“My mom enrolled me in dance classes and I discovered that when I was moving, when the music was playing, all the mean things those kids said about me just… disappeared. It was my escape, to this day it still is. So, to answer your question, that’s why I never wanted to pursue something like New York. It might sound weird, but what I do now, when I dance, even when I teach my kids, it’s all for me. If I tried to join a company, everything I did would be for them. Doing what I do now, I don’t have to answer to anybody. I don’t have to worry about the routines becoming monotonous. I get to leave my head for a while and not worry about the outcome. Does that make any sense?”


I hardly recognized my voice, the sound rougher, almost jagged as I said, “It makes perfect sense.” I had no clue what was coming over me, why I was reacting the way I was, but I couldn’t stand to see that heartache in her eyes any longer. Standing from my place on the floor, I held my hand out to her. “Come on. I want to watch you dance.”
“What? Now?” she asked incredulously. “You want to watch me dance right now?”
I gave a casual shrug and let my lips curl up in a grin. “Why not? You got other plans at the moment?”
“Well… no, but—”
“Perfect, so nothing’s stopping you.” She didn’t seem convinced, and for reasons beyond my comprehension, I wanted nothing more than to see this gorgeous woman dance. So, I pushed.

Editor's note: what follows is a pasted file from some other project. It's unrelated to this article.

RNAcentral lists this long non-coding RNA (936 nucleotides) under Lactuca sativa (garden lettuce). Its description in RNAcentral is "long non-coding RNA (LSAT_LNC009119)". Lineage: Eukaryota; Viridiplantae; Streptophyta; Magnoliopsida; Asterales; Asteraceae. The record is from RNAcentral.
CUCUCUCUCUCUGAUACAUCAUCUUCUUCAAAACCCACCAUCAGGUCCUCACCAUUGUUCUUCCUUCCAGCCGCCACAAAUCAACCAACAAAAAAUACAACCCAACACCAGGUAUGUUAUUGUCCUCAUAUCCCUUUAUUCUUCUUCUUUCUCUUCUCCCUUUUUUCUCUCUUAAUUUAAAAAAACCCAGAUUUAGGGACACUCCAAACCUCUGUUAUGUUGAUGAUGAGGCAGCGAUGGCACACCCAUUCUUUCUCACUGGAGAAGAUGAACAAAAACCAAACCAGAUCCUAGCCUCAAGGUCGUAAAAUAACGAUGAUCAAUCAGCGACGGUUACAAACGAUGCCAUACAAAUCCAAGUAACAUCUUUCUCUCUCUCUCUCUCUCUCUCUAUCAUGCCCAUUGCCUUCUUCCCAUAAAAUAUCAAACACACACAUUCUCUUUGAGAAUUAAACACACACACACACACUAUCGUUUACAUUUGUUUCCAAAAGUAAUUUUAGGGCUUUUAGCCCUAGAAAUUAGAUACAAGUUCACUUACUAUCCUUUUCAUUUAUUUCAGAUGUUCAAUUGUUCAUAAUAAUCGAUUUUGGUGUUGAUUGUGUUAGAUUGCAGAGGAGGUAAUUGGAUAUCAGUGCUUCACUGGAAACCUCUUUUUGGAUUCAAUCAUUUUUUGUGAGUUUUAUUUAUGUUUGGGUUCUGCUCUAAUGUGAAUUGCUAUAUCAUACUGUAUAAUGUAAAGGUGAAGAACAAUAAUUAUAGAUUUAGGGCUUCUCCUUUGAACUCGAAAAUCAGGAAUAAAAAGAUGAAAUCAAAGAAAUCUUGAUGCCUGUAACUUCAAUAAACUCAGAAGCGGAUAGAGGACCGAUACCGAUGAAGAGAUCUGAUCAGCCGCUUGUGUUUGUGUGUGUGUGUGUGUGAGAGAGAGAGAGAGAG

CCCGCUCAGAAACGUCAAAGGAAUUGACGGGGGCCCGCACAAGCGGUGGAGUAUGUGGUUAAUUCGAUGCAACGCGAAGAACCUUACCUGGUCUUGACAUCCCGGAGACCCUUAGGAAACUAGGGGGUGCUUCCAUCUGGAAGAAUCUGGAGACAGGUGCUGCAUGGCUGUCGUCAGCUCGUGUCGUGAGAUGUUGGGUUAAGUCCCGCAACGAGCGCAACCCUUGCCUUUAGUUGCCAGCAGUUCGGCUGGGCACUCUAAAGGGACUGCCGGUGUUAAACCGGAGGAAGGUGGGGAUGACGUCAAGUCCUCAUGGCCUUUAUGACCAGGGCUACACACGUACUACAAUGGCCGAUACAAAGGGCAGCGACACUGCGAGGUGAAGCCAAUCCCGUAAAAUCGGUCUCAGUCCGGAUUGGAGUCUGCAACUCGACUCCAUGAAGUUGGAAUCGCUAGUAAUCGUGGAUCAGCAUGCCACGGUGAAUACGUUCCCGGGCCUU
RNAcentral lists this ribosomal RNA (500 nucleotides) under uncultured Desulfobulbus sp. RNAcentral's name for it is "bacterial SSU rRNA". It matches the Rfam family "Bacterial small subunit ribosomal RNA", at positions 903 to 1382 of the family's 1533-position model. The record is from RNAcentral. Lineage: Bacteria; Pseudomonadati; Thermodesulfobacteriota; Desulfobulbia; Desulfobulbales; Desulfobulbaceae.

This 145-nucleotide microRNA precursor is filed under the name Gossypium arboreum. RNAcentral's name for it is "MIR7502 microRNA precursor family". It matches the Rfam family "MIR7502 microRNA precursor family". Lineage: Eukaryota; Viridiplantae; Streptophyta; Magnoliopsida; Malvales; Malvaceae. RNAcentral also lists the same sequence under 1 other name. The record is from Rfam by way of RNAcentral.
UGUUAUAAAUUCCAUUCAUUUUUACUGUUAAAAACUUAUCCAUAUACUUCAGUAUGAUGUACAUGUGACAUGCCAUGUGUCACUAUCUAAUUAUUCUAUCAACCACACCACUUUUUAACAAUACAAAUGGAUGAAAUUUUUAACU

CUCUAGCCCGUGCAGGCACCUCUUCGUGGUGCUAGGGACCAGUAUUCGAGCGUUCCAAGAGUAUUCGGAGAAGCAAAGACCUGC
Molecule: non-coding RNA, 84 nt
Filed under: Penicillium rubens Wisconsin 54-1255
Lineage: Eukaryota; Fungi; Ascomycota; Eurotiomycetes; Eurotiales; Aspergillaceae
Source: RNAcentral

“Come escape with me for a little while.”

Born and raised around Houston Texas, Jessica spent most of her life complaining about the heat, humidity, and all around pain in the ass weather. It was only as an adult that she quickly realized the cost of living in Houston made up for not being able to breathe when she stepped outside. That’s why God created central air, after all.

Jessica is the mother of a perfect little boy–she refuses to accept that he inherited her attitude and sarcastic nature no matter what her husband says.

In addition to being a wife and mom, she’s also a wino, a coffee addict, and an avid lover of all types of books–romances still being her all time favs. Her husband likes to claim that reading is her obsession but she just says it’s a passion…there’s a difference. Not that she’d expect a boy to understand.

Jessica has been writing since she was a little girl, but thankfully grew out of drawing her own pictures for her stories before ever publishing her first book. Because an artist she is not.